When I began researching Arthurian literature, my first order of business was to find a good copy of Le Morte D’Arthur. I already had a version with modernized spellings, but since I like to get as close to the original as possible, I find those more difficult to read than the Middle English. I had an extremely difficult time finding a version without modernized spellings. This surprised me since Malory’s easy dialect makes the huge number of available translations and modernizations largely unnecessary for anything but leisure reading. In the end, I purchased the Norton Critical Edition of the Winchester Manuscript. I have a deep hatred of Norton because of those many years that I was forced to haul around the massive Norton anthologies, but I’m forced to admit that Norton critical editions of single works are marvelous.
Awesome things about this edition:
- The Norton edition uses the Winchester MS with bits from Caxton’s edition where the Winchester is lacking. The Winchester MS is generally considered closer to Malory’s writing than Caxton’s printings.
- The Winchester MS has no divisions, but Stephen H.A. Shepherd adds them for readability, correctly documented so as not to affect authenticity.
- The Winchester MS has proper names written in red ink, which the Norton replicates by using a gothic font. Not only does this make scanning pages easy, but it’s also interesting to note places where scribes forgot to switch back to their black pens.
- Malory’s dialect is a relatively easy read, so a gloss is unnecessary for all but the most difficult phrases.
- Like all Norton Critical Editions, this volume contains several scholarly essays in the back, plus several useful fragments from Malory’s source material. My favorite is Mordred’s threnody from the Alliterative Morte Arthure, which is my favorite of all Arthurian death-speeches. My volume of the Alliterative is heavily modernized, so having this speech in a more authentic format pleases me.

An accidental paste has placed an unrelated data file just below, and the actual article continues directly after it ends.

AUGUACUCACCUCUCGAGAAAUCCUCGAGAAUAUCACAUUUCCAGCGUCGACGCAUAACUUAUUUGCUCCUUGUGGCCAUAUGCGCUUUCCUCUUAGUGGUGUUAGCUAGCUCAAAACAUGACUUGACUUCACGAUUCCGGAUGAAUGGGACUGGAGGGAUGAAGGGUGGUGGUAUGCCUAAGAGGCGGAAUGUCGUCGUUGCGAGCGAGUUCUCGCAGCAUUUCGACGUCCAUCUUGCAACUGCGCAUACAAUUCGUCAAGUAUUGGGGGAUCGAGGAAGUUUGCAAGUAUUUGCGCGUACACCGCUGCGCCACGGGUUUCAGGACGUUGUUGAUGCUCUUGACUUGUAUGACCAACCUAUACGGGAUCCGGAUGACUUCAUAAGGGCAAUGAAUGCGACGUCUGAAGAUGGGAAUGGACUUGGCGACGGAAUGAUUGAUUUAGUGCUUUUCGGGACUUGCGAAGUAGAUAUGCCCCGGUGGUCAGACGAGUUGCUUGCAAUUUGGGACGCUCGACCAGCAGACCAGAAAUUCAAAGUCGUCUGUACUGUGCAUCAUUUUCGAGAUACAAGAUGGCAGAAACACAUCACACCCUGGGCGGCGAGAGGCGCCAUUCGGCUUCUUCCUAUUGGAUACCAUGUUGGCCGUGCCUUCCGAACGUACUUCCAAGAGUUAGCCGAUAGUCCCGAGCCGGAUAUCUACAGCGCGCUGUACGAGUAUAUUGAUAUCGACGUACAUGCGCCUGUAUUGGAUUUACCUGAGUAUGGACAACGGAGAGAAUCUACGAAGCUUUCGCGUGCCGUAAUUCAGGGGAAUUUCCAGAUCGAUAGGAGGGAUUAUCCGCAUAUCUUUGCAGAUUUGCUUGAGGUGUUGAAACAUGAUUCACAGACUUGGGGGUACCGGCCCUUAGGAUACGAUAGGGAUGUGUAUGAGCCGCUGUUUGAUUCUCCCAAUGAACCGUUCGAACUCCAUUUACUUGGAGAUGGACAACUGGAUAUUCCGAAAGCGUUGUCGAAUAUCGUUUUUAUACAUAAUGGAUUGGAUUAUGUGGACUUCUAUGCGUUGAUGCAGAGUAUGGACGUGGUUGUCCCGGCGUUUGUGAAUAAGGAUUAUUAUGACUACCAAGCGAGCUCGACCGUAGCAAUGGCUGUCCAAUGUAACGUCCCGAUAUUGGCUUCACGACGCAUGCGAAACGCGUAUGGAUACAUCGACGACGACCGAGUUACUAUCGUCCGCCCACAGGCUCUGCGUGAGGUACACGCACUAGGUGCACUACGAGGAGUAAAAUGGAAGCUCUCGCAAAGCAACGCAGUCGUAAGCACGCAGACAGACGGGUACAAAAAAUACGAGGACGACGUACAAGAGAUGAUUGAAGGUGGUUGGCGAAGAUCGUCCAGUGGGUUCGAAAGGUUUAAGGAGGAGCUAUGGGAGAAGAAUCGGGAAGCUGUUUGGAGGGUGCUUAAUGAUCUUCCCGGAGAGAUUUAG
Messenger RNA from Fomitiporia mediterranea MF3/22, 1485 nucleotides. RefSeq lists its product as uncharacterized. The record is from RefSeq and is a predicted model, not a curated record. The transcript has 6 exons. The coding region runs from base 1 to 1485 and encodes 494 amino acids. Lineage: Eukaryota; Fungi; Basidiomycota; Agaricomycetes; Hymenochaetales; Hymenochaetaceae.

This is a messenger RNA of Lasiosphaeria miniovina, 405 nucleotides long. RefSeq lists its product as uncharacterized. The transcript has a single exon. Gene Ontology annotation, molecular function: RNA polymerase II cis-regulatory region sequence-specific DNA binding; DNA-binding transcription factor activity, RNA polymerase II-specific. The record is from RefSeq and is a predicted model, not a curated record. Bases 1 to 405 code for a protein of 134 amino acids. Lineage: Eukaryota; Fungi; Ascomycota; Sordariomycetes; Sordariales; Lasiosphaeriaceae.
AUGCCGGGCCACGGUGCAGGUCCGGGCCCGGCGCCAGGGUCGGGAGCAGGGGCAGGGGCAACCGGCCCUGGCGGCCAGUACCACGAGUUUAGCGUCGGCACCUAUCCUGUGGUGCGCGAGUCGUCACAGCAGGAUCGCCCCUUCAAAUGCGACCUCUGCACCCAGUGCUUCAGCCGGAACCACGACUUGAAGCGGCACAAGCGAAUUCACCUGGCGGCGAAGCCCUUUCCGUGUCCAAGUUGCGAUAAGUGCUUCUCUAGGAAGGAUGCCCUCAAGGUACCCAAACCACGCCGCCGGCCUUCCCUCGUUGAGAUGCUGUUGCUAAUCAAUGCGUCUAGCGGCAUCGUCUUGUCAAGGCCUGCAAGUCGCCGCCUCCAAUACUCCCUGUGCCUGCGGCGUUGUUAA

Less awesome things about this edition:
- Archaic letters are modernized. U/v/i/j usages are standardized. This makes the Norton less awesome than if those letters have been preserved as originally written, but it doesn’t affect readability the way a complete modernization does. (I must admit that the u/v/i/j standardization makes reading much easier.)
- I would have liked to see more extensive footnotes with cultural commentary. I have learned more from footnotes than I have from all the graduate classes, book introductions, and scholarly articles that I have read. Footnotes are probably sparse since Le Morte Darthur is already a lengthy work, but I felt that including more information would have enhanced the experience.
The Norton Critical Edition of Le Morte Darthur gets mixed reviews on Amazon, but I highly recommend it for research. If I can get ahold of a copy, I would like to compare the Norton to the Oxford University Press edition of the Winchester MS. Oxford is my preferred publisher for scholarly works (unless the Early English Text Society is available), but I couldn’t find the Oxford edition when I did my original search. The Oxford has far more reviews than the Norton, but reviews of that specific edition seem to be mixed in with reviews of Malory’s work in general. I can’t be certain if the Oxford is a translation or a transcription.
For now, my recommendation rests with Norton. If the Oxford is obtainable, reviews will be posted in the future.